- Staff report: focus on the decision to be made, and don't ask the reader to slog through obvious information, like the law that gives standing to make the decision or irrelevant information like the history of other decisions
- Press release: give the journalist the who-what-when-where-how and a few good quotes
- Blog posts: write an attention-grabbing headline, a summary first paragraph that makes a reader click through, and include a bright bold picture
- Fact sheet: provide what is relevant to the place and project and explain why those facts are relevant. Also provide your sources
- Technical report: put the facts in context, don't just provide numbers, show that they are high or low and what impacts they'll have. And explain technical terms
- Master plan: focus on making long-term, abstract ideas real and feasible
Define your audience
Not everyone is interested in a plan, but those who are, really are. Consider who your audience is and what they might want. Remember, the challenge is not to tell what you know, it' s about what your reader knows or most likely doesn't know, and what action you want them to take. Planners will never have a single audience. In fact, a plan lacks validity if it hasn't addressed all the stakeholders. But for every audience, it's important to present a clear story, supported with relevant facts, and presented in varied outlets.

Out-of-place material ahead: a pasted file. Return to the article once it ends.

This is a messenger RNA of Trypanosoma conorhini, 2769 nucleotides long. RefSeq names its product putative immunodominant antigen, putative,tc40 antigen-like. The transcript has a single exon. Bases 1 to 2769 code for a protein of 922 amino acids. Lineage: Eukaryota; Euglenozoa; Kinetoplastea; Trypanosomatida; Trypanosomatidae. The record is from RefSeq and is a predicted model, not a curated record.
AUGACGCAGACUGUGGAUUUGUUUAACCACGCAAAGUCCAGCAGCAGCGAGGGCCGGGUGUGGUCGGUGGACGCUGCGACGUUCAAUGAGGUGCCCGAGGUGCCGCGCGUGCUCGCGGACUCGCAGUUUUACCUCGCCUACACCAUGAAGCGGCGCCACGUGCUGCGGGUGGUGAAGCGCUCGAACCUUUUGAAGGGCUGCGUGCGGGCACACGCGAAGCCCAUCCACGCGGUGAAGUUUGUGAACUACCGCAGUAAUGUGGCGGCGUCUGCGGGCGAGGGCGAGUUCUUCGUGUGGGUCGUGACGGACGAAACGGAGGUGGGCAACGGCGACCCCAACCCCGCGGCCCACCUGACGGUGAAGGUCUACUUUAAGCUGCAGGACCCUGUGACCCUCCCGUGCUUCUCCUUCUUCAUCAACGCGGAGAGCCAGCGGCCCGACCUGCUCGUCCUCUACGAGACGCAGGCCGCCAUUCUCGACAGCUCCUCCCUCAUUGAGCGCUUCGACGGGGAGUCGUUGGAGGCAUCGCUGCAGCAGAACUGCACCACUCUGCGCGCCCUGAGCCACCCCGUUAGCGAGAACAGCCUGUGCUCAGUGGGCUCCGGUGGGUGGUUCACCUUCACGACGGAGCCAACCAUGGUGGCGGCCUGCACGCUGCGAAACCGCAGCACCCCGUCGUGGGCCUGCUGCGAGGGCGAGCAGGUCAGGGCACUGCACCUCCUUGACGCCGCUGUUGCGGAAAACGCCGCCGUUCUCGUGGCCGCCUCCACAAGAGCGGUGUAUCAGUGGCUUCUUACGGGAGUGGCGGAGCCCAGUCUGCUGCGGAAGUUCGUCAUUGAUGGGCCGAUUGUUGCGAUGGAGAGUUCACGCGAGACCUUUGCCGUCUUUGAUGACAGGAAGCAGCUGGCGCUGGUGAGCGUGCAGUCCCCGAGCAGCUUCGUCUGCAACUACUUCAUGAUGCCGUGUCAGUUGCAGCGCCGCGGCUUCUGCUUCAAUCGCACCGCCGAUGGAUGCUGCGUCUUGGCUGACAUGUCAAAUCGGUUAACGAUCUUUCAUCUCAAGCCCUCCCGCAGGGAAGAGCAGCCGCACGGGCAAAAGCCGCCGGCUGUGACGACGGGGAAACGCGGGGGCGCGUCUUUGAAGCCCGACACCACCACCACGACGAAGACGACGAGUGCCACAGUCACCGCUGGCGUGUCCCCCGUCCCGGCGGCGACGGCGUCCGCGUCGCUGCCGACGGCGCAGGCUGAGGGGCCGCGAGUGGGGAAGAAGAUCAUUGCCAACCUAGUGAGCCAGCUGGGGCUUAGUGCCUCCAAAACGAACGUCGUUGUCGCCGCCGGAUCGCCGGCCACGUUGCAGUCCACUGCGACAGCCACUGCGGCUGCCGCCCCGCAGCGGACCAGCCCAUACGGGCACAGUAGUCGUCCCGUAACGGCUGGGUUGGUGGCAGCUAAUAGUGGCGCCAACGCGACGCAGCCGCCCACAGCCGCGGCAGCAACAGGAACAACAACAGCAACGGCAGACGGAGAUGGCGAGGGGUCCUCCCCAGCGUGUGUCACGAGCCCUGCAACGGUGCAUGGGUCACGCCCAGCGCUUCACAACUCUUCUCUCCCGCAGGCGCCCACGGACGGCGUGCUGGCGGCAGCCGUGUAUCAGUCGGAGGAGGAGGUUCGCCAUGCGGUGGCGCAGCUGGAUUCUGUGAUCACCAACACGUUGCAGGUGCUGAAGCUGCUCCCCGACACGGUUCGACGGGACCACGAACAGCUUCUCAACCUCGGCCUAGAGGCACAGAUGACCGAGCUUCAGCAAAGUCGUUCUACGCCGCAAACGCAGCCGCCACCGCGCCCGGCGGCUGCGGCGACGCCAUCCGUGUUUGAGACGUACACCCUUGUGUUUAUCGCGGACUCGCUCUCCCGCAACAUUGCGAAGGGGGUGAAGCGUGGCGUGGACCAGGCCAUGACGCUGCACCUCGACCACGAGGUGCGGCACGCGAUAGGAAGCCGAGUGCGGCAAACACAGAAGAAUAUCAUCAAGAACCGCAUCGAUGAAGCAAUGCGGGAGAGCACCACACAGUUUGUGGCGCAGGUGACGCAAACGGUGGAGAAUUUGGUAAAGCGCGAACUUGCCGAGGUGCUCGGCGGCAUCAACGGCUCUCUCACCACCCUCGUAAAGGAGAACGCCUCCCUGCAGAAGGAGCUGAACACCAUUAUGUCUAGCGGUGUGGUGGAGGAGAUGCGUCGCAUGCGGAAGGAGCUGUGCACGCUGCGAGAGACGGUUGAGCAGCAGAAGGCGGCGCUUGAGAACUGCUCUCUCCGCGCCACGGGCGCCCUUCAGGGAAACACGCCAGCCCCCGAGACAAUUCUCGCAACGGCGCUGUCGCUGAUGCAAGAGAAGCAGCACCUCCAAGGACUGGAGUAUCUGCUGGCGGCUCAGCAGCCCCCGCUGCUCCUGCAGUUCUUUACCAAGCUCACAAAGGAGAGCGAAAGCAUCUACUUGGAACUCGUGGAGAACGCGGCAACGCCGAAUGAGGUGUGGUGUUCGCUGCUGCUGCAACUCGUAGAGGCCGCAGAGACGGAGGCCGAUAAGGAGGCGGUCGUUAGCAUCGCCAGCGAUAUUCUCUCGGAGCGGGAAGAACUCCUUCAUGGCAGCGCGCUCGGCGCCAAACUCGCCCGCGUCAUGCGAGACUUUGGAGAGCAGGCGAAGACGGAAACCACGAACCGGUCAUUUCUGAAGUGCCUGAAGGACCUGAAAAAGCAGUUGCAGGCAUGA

Don't overthink it
Just treat it like another business task. Yes it's tedious and you will make mistakes but that's just part of work. Don't let this get you down, this is the same for everyone; just remember that all mistakes are a learning curve.
Take pride in your authorship. Put your work out there to your colleagues and audience. Allow them to engage with it and provide feedback. Don’t take their comments personally, this is business. Be confident in your work, be active in shaping and refining ideas. Dive in head first with questions:
- What's the main point?
- To educate, influence, generate support or gain approval?
- What do readers need to know?
- Who and what are relevant?
- What details shouldn't be overlooked?
- Who should you talk to?
- What's the point you are trying to make and the place you want to get to?
Writing (and reading) are such an essential part of our everyday working lives. With these helpful tips, you can turn any written document into an engageing and thought-provoking piece of content. This article showcases only a few of the many tips and tricks out their to support your writing and communication. To find out more, check out Claudia Kousoulas' Writing for Planners.
A Handbook for Students and Professionals in Writing, Editing, and Document Production, 1st Edition
This book will help planners meet the challenges of creating work that is accurate, creative, and useful. Students will find it helpful in providing professional standards and quick reference information, and professionals will carry it through their careers as a reference, and as a way to establish workplace standards and improve their own work.